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A Journey to a New Land

First people

Meadowcroft Rockshelter

Meadowcroft Rockshelter, located in southwestern Pennsylvania, stands as one of the most contested archaeological sites in the Americas.

The site was first excavated between 1973 and 1978 by a team led by archaeologist James M. Adovasio. The first radiocarbon dates indicated that the rockshelter may have been occupied as early as 19,000 years ago, but the samples that yielded those dates were very small. Adovasio instead suggests that the site was occupied by about 14,000 years BP, which is at least two thousand years before Clovis points first appeared in North America.

The numerous occupation layers at the rockshelter contained over 2,000 stone flakes and tools, 150 fire pits and 1 million animal remains. A heavily cut and burnt deer antler base, dated to 16,000 years ago was the oldest bone found at the site.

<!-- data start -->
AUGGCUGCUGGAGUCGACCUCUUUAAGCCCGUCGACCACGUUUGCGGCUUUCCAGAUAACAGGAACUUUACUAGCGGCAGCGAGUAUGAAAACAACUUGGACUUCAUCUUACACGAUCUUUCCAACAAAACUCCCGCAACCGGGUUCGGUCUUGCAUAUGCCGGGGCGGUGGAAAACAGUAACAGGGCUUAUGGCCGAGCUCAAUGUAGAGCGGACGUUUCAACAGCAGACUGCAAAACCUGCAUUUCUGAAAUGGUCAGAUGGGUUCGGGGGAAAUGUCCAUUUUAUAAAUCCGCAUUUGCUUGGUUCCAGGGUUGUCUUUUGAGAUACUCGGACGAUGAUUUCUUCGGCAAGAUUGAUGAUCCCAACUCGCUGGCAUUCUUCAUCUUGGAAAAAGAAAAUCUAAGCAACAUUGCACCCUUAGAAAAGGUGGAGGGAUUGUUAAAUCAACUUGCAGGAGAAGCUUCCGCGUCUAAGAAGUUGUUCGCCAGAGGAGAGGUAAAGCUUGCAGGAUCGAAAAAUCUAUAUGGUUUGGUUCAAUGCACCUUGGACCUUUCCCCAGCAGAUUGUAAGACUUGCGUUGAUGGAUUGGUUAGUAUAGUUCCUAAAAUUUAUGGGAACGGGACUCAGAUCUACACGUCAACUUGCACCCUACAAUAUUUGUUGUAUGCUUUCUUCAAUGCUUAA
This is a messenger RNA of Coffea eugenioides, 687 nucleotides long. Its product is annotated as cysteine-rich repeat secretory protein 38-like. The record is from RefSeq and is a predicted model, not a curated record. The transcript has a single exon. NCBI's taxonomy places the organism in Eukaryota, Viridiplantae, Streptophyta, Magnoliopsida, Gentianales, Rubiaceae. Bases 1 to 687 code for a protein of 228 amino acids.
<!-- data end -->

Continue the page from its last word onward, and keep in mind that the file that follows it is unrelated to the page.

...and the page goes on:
Artifacts from the lowest levels include bifaces, knives, spear points, and small blades. The small blades, struck from a prepared core, are not found at later Clovis sites.

While most archaeologists agree that Meadowcroft was occupied by about 12,000 years BP, the earlier radiocarbon dates have been criticized. Some archaeologists suggested that the dating samples may have been contaminated by coal particles, or by carbon dissolved in the groundwater. This contamination would result in older dates for the specimens. However, Adovasio argues that all samples were tested for coal contamination, and that another dating method known as accelerator mass spectrometry confirmed the early dates. In addition, an independent scientist inspected samples from Meadowcroft and concluded that no evidence of groundwater activity could be seen.

Although a few archaeologists continue to challenge the validity of the pre-Clovis dates, many believe that Meadowcroft Rockshelter contains solid evidence for a pre-Clovis occupation of the Americas.

Meadowcroft Rockshelter